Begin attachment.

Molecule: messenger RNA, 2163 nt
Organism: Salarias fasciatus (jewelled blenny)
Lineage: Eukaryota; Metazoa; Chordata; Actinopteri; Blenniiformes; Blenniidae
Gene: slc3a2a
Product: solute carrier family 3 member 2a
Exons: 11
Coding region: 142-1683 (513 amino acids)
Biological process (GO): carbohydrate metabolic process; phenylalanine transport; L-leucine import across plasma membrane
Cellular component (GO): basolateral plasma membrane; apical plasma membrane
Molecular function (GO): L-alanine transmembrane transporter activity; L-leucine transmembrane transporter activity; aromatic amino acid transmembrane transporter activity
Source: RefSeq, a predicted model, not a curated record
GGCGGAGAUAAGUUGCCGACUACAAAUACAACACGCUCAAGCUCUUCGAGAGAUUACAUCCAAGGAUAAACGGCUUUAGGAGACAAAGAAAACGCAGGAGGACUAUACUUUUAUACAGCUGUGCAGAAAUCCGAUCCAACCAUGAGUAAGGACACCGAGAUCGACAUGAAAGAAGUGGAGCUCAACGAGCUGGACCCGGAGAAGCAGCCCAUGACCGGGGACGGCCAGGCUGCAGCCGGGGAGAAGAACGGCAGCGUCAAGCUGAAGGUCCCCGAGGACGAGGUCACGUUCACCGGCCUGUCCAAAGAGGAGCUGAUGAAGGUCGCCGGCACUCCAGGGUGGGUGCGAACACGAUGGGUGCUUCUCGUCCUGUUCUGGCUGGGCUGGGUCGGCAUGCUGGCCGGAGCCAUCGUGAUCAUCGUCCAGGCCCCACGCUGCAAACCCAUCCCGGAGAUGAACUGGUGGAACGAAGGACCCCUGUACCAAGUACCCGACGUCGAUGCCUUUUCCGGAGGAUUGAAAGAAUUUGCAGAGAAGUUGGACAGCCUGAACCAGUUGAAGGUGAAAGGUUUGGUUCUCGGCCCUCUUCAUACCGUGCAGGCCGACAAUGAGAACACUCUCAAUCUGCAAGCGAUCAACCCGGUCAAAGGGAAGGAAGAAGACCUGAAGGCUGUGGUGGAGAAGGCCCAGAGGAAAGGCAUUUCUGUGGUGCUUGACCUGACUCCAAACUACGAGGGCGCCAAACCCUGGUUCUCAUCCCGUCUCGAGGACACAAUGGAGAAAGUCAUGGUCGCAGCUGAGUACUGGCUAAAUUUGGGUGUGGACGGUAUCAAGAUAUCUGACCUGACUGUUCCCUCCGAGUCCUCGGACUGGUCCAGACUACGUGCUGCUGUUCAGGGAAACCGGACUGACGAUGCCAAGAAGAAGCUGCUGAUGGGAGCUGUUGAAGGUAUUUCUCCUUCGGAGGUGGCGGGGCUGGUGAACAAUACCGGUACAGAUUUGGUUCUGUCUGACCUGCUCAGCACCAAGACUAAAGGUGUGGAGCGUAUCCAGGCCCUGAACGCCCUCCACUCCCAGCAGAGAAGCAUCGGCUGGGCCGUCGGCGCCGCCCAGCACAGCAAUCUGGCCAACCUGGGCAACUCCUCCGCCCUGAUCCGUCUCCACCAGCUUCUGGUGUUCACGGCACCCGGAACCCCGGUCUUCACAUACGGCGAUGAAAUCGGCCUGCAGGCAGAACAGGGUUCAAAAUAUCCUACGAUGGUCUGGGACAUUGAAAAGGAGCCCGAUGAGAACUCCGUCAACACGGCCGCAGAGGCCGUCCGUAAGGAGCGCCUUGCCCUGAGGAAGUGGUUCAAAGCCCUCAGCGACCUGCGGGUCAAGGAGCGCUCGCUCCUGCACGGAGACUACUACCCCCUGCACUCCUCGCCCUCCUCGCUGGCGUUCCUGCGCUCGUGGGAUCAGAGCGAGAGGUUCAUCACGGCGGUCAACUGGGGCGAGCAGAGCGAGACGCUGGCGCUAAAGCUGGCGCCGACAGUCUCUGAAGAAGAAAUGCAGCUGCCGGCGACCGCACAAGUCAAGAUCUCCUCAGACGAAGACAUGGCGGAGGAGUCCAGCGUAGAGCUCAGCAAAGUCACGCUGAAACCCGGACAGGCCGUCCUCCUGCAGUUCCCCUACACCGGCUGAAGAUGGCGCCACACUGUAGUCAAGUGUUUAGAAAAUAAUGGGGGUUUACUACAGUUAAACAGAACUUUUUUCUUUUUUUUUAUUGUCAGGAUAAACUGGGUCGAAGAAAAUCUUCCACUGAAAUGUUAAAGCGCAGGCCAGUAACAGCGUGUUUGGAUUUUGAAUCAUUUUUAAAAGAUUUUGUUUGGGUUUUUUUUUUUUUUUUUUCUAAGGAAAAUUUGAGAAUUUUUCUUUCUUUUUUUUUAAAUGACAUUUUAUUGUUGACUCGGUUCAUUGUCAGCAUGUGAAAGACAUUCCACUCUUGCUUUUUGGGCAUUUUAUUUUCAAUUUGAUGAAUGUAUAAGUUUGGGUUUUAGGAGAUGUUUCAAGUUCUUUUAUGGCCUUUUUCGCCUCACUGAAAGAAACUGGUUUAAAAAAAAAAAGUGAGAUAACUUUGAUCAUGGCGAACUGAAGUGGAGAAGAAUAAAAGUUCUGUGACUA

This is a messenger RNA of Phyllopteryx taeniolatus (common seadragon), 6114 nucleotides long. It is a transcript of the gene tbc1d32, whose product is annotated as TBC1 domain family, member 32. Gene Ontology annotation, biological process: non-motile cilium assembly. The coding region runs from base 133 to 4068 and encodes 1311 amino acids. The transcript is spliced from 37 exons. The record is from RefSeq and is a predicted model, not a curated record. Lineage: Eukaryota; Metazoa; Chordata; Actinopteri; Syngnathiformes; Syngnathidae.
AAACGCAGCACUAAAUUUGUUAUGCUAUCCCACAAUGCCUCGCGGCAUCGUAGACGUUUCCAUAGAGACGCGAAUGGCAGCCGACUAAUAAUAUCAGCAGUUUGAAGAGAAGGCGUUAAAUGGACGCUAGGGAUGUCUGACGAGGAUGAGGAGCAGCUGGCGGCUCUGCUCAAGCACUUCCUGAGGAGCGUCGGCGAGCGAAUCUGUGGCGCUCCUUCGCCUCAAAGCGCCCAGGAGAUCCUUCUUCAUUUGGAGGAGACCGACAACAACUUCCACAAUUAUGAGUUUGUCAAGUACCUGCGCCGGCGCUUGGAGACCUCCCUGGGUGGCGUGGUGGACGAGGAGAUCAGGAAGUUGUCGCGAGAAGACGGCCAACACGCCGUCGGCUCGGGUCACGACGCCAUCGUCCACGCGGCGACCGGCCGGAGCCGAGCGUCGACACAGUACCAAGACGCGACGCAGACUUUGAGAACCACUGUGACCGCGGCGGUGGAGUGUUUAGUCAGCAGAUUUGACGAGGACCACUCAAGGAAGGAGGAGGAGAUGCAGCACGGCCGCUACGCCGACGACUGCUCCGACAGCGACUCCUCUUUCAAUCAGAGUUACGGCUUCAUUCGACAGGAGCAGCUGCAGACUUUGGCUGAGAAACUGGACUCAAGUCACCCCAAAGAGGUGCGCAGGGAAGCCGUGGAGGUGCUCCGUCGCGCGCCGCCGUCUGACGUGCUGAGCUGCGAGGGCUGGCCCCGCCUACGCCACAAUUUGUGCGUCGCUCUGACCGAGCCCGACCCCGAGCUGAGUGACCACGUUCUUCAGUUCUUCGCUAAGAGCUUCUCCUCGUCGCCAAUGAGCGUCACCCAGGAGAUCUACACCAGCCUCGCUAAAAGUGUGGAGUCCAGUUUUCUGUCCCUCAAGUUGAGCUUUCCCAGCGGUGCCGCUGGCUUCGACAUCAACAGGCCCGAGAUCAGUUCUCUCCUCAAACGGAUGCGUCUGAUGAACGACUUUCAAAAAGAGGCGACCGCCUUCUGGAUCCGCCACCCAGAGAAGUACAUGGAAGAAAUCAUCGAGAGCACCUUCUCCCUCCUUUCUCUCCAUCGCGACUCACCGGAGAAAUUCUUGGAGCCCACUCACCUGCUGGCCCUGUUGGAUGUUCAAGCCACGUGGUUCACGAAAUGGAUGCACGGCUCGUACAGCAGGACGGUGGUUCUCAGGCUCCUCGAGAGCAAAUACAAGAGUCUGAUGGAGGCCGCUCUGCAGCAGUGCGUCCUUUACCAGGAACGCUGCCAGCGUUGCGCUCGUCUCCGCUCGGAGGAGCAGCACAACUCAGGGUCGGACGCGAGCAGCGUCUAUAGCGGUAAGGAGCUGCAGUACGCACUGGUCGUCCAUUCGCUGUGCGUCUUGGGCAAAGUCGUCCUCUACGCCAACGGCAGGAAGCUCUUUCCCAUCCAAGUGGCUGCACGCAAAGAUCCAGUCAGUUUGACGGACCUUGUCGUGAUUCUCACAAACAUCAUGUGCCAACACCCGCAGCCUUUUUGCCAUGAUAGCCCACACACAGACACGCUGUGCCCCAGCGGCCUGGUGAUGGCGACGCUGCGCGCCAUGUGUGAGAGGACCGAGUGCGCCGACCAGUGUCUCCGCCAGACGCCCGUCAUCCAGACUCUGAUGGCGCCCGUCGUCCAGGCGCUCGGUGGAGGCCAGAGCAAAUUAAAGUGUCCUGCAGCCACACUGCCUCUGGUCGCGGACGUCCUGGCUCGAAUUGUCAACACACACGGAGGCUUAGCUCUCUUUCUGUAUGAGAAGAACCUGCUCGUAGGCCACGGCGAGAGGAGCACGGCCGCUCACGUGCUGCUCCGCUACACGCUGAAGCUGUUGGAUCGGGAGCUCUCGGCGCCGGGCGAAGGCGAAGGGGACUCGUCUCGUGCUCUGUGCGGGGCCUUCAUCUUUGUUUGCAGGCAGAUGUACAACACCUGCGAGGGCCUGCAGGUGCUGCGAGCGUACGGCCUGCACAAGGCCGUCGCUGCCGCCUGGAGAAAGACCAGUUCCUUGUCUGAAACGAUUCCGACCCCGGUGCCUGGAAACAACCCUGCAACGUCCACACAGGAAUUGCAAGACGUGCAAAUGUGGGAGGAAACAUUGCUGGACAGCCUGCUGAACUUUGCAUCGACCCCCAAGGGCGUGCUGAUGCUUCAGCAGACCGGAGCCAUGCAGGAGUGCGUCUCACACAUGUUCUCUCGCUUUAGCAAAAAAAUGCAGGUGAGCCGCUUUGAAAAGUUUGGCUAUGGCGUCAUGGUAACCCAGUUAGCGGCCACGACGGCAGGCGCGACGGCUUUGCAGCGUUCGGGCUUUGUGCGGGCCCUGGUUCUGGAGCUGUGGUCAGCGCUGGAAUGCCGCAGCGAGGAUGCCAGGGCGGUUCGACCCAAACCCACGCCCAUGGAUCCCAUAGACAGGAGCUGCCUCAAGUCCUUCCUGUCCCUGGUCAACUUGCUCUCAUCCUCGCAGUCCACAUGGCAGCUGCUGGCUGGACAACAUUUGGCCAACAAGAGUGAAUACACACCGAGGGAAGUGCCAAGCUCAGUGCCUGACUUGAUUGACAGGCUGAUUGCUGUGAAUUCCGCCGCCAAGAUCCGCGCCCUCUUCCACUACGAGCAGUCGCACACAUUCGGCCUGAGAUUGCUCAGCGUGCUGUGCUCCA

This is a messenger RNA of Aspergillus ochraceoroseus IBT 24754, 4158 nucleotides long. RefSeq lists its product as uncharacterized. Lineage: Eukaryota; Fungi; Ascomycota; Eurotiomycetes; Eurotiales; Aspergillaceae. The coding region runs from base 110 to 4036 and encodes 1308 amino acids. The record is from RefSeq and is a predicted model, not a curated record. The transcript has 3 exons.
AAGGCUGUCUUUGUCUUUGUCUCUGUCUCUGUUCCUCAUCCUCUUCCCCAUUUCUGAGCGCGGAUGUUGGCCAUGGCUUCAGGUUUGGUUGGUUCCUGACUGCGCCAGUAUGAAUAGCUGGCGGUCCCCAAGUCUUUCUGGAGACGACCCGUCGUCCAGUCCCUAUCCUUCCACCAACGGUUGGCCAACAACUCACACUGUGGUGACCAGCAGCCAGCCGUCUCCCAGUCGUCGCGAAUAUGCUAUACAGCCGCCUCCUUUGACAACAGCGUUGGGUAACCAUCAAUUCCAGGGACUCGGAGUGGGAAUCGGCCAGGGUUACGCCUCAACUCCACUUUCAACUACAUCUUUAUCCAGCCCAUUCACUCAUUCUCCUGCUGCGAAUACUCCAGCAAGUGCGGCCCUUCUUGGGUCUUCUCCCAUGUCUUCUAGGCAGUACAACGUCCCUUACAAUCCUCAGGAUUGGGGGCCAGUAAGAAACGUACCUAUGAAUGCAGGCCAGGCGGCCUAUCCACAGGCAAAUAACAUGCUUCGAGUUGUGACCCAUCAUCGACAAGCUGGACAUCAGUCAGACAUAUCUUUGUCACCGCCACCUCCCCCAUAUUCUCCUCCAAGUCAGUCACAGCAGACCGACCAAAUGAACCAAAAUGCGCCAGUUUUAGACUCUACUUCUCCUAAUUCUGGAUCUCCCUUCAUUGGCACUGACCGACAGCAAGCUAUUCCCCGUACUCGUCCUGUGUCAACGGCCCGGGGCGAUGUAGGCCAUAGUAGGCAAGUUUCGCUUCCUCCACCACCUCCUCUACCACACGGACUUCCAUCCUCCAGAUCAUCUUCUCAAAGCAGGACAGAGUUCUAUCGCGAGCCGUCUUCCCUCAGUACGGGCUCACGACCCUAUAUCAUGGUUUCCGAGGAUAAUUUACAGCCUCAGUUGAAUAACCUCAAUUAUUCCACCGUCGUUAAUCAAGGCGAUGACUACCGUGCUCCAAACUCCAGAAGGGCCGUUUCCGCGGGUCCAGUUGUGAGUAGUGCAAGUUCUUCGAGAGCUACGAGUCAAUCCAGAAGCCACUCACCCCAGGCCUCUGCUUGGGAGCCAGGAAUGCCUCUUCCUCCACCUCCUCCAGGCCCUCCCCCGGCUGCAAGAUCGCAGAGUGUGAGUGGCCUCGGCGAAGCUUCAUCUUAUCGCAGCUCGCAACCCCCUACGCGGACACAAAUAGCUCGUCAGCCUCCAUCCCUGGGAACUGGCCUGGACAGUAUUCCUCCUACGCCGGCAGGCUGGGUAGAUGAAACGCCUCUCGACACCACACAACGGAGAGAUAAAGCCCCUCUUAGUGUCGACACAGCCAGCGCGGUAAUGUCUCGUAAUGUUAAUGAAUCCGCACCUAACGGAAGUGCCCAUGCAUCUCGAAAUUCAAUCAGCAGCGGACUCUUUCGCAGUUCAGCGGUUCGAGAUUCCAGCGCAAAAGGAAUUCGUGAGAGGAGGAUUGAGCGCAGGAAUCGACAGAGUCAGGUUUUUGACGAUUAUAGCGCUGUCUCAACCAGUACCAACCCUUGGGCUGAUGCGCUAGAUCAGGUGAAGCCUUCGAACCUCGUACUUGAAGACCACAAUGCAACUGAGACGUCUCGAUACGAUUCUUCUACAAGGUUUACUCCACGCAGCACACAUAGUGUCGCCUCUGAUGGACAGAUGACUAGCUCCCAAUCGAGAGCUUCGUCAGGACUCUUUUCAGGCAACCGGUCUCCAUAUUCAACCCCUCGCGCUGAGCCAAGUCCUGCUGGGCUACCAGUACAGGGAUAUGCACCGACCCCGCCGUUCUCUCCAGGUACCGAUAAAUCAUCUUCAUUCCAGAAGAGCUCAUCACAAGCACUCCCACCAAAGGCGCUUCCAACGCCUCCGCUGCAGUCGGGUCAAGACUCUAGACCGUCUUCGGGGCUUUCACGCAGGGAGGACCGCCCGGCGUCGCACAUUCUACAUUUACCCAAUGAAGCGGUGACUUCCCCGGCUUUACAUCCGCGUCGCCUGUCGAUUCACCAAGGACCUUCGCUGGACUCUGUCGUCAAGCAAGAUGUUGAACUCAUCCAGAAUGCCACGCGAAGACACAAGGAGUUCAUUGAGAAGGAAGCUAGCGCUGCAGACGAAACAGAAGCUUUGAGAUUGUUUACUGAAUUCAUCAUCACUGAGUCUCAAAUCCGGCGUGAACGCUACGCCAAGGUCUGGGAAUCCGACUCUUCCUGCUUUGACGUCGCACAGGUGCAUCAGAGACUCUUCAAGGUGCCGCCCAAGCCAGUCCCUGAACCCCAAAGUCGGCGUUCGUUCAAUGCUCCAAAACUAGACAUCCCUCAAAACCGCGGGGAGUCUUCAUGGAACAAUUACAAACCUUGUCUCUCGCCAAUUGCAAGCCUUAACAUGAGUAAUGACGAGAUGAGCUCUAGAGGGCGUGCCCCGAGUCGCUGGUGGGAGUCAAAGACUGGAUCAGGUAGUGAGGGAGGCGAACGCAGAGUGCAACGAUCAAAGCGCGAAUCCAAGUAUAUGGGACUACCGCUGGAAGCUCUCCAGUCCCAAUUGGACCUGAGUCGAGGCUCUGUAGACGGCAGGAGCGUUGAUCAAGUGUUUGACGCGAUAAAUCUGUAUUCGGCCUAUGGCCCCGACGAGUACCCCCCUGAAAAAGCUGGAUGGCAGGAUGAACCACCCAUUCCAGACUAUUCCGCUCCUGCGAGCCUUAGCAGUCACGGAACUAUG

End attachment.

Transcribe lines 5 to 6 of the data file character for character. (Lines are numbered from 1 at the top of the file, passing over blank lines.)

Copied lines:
Product: solute carrier family 3 member 2a
Exons: 11